I Saw A Film!
It’s hard to overstate how important The Clash were to myself and my friends. We worshiped Joe Strummer, watched Rude Boy over and over and, of course, lived on the left-leaning lyrical music. By 1982 we knew the best of what we loved about The Clash was likely behind them, Combat Rock signaled a commercial angle to their integrity that was tough to stomach, but we soldiered on, and saw them in the Providence Civic Center and happily loved it despite “Should I Stay Or Should I Go”.
We knew by the end that Mick Jones had been problematic for Paul and Joe, and that the band had to cycle through their drummer history when heavy drug use claimed Topper. But we were wholly naive about the struggles and actual pressures the band underwent, persevering despite these unnatural dams to their creativity and Joe’s Johnny Ramone level work ethic. This documentary reveals that overwhelmingly common truth that our favorite artist collaborations are so often so tenuously alive that just about any moment could bring the event that upends the fragile links. Funnily enough our own garage band, dependent on Joy Division and The Fall as well as The Clash for our motifs struggled with exactly the same interpersonal dynamics (I always assumed these struggles were death, not creative juice), we just never actually got paid or managed to have a real release that wasn’t a homemade tape.
I don’t know why it always strikes me as a surprise, but the aspects of The Clash that seemed to be to be the most problematic, their variety of interests musically (of course, we were Strummer (Rockabilly and roots music) much more than we were Jones, whose interests were much more aimed at the burgeoning hip hop and dance scene), were actually considered their strong suit–the very elements that set them apart from the stock-in-trade punks of the era. It makes sense, but while London Calling was possibly my first moment being actually impressed with the reach of a punk band (I didn’t have a ton to compare it to yet, most of my favorites would all erupt in 79-80) it was a fantastic departure from what I’d been listening to, Some Girls, Presence, Hemispheres, Tormato, and other prog and heavy rock outfits whose sounds were not our basic guitars and drums (garage-as-studio) unadulterated energy. You could sound like The Clash on a given day, punk rock was reachable for everyman, and it was imagined as a participation “sport”.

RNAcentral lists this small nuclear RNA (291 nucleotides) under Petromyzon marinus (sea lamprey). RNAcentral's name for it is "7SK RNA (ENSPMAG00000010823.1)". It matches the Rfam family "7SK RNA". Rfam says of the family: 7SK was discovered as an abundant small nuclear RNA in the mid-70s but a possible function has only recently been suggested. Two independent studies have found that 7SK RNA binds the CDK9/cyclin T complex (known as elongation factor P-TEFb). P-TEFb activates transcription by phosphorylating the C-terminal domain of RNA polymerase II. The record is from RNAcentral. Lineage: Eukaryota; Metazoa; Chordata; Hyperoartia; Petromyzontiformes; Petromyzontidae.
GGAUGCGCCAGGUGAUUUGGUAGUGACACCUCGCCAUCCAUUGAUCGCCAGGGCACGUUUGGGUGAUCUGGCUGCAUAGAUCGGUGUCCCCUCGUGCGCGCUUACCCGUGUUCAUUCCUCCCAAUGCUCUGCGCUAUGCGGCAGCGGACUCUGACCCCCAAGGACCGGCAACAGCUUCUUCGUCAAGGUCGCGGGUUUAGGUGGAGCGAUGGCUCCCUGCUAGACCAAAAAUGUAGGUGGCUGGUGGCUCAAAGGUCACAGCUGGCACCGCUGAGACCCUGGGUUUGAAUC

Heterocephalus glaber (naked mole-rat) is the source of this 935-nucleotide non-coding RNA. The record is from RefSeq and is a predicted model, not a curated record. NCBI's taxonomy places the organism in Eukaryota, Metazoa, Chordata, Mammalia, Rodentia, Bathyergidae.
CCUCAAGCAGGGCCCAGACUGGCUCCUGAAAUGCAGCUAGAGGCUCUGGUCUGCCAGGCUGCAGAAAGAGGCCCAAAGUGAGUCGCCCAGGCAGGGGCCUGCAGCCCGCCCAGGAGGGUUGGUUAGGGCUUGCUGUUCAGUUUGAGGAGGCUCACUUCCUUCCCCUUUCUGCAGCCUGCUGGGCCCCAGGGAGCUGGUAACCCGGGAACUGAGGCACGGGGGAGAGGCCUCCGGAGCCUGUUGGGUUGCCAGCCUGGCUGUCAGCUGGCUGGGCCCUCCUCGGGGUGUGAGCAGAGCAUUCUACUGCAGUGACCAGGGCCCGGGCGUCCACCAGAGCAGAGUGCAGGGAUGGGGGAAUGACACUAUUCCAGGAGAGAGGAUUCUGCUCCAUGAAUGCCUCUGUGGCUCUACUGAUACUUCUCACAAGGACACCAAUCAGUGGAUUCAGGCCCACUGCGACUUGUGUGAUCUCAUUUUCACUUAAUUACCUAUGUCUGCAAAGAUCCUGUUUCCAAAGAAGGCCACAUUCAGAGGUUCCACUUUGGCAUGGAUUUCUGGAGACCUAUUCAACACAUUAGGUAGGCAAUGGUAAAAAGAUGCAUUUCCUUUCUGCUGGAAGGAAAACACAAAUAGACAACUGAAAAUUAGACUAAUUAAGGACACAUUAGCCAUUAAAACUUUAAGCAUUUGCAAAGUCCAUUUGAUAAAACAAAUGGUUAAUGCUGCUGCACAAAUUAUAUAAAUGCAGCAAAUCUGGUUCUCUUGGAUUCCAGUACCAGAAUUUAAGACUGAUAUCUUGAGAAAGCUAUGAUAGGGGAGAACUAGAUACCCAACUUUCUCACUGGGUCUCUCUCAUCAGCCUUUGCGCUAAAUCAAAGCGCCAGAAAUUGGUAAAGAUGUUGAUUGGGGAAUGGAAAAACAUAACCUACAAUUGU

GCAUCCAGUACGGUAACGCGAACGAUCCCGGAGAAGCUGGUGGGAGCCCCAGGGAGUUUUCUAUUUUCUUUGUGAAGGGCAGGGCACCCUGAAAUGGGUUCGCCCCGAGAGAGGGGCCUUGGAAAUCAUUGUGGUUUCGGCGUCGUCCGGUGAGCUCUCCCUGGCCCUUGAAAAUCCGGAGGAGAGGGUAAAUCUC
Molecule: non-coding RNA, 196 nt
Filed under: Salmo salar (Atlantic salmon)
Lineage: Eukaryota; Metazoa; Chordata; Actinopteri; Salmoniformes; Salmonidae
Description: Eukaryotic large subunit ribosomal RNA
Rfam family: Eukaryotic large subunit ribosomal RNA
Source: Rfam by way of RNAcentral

I didn’t know much about Bernie Rhodes, had not realized he’d be competing with Malcolm McLaren, did not realize that The Clash was his “Sex Pistols”, did not know the name “Sex Pistols” had been Rhodes’s idea! Any artist is a collaboration, no matter how you slice it, people feed and house and share wine with artists, people provide commentary and ideas, and there are stories even of Captain Beefheart’s lyrics coming from a third party! Much of this stuff would be hearsay, we didn’t have a lot of connection to the intricacies of the art world, especially the London or Manchester scenes we were so in thrall with. But, when you realize that these guys were so young, were so naive and were simply devoted and driven to being the best rock band they could be, too much slips by that exists in a kind of evident way, but doesn’t touch the fan on the other side of the sea.
The Clash would fall apart, and everyone wants to know why, but the truth is the why is in how did they stay together and do what they did for as long as they did? And so it would be how I watched this documentary to find out where the love was, and how disparate fellows with a general overlap of devotion and hope and desire created four or five amazing albums that spoke to people thousands of miles from their origins, they changed the pop rock landscape, and while nothing has really replaced them, bands may sound like them, but the content is not there, their impact was definite. I did not love Big Audio Dynamite in part because I blamed Mick for the demise of the band, but like so many relationships it probably had run its course. Strummer’s Mescaleros was brilliant, and his endless love of basic guitar rock, and in breaking down barriers between himself and the audience, made him a kind of folk-rock hero. He really was that guy, despite the people in the know saying he came from privileged background and spent his life hiding it. Much like another well known rock band featuring some posh accents hidden for the camera back in the sixties (ahem, Rolling Stones).
I’d ignored the last official “Clash” product, as it was just Strummer and Paul (as my best buddy Joey Murphy would say “I was sick of it by then”) with new guitarists and newish drummer who worked their asses off to make The Clash the best thing they could, because they loved it, but in the end it was a doomed projected, and we hear from those guys, and feel their disappointment. Shockingly once Strummer walked away from it Rhodes thought he would find another singer! The Clash became a brand, not a band, and while that didn’t fly, the very idea of it feels like exactly the opposite of anything fundamentally Clash.
If you’re a fan of The Clash you’ll likely find yourself with a tear in your eye, and anyone else is unlikely to be watching this film anyway! It’s 3.99 on Prime. And thanks to my old “big brother” Brian for introducing me to one of the seriously beautiful things of my life. Now I’ll go throw on London Calling.